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Peri-Operative Optimisation of Patients Undergoing Laparoscopic Colorectal Surgery.

Levy, Bruce. (2011) Peri-Operative Optimisation of Patients Undergoing Laparoscopic Colorectal Surgery. Doctoral thesis, University of Surrey (United Kingdom)..

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Introduction: Enhanced recovery after surgery was developed to optimise peri-operative care in an attempt to accelerate recovery, reduce morbidity and shorten hospital stay. The use of epidural analgesia is considered fundamental in Enhanced Recovery Protocols (ERP). However its value in the peri-operative management of laparoscopic colorectal surgical patients is unclear, and current analgesic regimens vary. Previous studies addressing this issue have not been conducted within a full ERP and have not ensured that patients are fluid optimised. The aim of this study was to examine the effects of different analgesic regimes on outcomes following laparoscopic colorectal surgery in fluid optimised patients treated within an ERP. Methods: Two studies were performed. In the first study, ninety-nine patients undergoing laparoscopic colorectal segmental resections that did not involve the formation of a defunctioning stoma were randomised to receive epidural, spinal or patient controlled analgesia (PCA). Intra-operatively, all patients were fluid optimised using an oesophageal Doppler to guide fluid replacement according to the modified Wakeling protocol. All patients were treated within a full ERP. The primary end points were time until medically fit and the length of hospital stay. The secondary end points included the return of bowel function, pain scores and a quality of life assessment using the SF-36 questionnaire. The second study used the analgesic modality with the best results from the study above and assessed the safety and feasibility of patients being discharged within 23 hours from the start of laparoscopic colorectal surgery. Results: Ninety-one patients completed the study with the main exclusions being for open conversion and epidural failure. There were no differences in the patient demographics other than patient weight, which was higher in the PCA group. The use of epidural analgesia resulted in a significantly longer time until medically fit for discharge, a longer hospital stay and a slower return of bowel function than spinal and PCA. Pain scores were higher in the PCA group than the spinal and epidural group although this did not affect the quality of life scores, which were similar for all analgesic modalities. Using spinal analgesia, 10 patients were safely discharged home within 23 hours of their surgery without any complications or re-admissions. Discussion: The ERP has increasingly been used for laparoscopic surgery in its un-modified form with thoracic epidural use being a key feature. Many of the outcomes in the epidural analgesia group were significantly worse than the spinal and PCA groups suggesting that either of these two modalities could replace epidural analgesia. Although the results of the spinal and PCA groups were very similar, the pain scores and the return of bowel function were slightly better in the spinal group thereby lending itself to the analgesic modality of choice for patients treated along 23-hour stay pathway. In order to safely discharge patients home within 23 hours from the commencement of surgery, it is essential to ensure that patients are optimized at every point of their care pathway and fluid therapy appears to play a major factor in patient outcome.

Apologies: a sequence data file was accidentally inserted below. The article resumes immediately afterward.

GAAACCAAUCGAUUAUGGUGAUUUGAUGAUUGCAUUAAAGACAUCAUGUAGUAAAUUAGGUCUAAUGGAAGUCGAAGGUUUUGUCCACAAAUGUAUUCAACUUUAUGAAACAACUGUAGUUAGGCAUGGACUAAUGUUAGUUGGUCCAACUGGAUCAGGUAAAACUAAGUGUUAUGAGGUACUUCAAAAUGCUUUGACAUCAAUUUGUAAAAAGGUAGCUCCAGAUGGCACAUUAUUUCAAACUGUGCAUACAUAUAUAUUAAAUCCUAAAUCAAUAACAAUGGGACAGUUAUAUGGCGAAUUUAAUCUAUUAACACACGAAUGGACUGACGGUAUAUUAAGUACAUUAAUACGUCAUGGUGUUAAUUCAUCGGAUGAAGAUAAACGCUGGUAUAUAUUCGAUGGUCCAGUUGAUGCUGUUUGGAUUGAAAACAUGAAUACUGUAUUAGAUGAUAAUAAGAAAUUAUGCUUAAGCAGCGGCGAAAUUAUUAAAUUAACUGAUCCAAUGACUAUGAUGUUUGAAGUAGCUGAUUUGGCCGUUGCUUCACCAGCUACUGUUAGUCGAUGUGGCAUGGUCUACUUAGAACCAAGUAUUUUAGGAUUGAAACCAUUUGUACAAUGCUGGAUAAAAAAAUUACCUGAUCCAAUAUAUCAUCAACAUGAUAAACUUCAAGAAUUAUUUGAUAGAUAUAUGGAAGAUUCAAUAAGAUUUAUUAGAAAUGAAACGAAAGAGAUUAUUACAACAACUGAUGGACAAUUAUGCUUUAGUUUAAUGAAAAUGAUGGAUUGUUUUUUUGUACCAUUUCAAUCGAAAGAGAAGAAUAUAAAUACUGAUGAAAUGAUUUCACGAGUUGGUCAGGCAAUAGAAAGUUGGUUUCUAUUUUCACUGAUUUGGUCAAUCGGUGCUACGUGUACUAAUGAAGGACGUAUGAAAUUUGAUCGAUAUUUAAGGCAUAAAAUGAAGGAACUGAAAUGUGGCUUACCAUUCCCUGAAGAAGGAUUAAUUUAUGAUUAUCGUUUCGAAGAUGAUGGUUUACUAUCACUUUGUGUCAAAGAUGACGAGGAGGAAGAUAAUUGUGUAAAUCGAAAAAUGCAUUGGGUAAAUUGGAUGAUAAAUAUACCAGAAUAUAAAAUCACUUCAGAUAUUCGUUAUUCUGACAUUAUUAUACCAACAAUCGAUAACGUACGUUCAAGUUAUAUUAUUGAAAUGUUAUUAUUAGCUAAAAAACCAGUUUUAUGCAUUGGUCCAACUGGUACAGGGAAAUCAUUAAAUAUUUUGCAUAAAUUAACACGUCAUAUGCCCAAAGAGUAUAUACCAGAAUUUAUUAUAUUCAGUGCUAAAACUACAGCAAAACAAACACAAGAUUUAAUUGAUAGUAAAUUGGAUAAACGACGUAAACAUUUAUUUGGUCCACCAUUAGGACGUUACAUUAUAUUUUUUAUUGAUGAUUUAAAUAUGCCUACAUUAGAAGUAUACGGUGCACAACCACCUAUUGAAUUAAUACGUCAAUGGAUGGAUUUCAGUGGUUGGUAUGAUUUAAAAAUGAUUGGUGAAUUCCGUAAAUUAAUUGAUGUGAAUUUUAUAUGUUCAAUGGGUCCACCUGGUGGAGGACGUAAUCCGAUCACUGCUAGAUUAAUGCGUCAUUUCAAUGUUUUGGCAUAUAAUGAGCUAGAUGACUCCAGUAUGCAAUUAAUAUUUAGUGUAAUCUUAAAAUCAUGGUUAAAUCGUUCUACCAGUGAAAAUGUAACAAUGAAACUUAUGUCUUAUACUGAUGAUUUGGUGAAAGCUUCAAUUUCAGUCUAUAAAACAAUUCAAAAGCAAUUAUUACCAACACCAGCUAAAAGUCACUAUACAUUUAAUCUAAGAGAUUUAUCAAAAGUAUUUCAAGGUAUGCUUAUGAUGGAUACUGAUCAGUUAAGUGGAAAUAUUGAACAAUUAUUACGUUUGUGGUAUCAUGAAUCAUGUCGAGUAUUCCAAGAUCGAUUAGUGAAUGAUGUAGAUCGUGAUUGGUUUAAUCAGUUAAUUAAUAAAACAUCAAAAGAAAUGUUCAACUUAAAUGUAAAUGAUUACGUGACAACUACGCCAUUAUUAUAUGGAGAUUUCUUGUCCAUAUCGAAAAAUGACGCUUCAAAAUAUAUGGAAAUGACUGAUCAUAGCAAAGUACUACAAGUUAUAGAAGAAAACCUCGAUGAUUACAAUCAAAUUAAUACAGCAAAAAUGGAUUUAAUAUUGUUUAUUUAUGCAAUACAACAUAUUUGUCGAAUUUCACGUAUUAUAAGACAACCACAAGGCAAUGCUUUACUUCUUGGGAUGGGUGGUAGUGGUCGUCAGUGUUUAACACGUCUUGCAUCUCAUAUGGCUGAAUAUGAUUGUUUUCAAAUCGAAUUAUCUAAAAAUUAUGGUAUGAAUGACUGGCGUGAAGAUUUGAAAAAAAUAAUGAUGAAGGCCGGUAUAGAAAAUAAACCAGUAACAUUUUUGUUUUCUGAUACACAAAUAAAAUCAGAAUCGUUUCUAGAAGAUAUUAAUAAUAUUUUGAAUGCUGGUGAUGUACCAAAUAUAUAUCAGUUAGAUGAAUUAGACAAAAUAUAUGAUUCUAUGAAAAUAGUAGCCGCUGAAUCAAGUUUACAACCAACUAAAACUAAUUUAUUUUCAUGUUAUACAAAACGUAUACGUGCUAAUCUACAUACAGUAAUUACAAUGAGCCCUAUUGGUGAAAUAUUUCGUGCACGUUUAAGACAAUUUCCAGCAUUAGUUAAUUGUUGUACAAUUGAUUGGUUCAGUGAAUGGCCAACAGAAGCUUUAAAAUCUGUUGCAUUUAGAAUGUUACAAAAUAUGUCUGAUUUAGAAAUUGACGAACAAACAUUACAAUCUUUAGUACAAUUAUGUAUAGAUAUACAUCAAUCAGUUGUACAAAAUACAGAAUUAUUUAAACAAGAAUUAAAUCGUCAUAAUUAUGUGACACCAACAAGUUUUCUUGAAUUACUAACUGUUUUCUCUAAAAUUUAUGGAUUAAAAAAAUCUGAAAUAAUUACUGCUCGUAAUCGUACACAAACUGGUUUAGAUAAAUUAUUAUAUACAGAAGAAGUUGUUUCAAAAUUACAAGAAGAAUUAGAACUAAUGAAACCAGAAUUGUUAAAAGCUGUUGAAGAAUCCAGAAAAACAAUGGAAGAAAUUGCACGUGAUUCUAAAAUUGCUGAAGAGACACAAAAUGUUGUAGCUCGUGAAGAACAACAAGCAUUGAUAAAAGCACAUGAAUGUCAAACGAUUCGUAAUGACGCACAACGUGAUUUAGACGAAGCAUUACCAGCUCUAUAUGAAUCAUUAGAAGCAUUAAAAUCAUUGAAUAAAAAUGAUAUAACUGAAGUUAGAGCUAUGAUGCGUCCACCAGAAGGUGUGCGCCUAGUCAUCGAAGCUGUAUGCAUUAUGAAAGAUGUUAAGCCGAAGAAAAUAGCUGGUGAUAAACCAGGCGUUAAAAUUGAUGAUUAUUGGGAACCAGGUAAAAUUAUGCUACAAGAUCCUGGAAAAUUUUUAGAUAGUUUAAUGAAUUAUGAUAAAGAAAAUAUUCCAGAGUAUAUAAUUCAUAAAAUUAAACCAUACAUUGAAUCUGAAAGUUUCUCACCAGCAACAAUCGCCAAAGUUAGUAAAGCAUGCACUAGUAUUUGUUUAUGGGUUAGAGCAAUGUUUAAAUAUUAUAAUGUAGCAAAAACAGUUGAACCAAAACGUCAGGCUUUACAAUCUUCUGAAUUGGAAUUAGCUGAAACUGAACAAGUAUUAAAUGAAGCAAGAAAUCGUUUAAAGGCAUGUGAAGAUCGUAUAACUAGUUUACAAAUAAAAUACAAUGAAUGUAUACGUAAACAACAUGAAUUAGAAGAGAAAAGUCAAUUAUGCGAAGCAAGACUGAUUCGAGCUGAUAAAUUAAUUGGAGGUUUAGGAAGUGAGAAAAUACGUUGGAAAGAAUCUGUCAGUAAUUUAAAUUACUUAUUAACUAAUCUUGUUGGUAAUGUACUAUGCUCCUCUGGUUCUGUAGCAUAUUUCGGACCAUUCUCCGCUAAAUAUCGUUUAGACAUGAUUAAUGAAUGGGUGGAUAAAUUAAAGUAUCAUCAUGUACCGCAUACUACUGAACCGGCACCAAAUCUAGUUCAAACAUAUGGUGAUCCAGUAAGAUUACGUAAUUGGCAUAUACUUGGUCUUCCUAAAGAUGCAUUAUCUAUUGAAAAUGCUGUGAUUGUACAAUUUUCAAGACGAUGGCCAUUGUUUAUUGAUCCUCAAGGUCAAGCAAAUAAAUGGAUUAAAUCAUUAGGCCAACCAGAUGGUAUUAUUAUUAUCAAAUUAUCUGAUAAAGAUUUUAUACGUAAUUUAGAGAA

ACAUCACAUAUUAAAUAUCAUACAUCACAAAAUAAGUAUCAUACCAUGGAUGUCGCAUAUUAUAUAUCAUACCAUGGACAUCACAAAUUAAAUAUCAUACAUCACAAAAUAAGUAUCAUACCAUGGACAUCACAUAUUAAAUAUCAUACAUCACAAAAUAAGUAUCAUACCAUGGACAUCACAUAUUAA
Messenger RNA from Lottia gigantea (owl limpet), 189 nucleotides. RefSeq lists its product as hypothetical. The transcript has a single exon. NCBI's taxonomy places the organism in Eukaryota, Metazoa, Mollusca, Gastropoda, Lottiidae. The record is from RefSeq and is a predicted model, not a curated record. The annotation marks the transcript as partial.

Item Type: Thesis (Doctoral)
Divisions : Theses
Authors : Levy, Bruce.
Date : 2011
Additional Information : Thesis (M.D.)--University of Surrey (United Kingdom), 2011.
Depositing User : EPrints Services
Date Deposited : 06 May 2020 12:15
Last Modified : 06 May 2020 12:18

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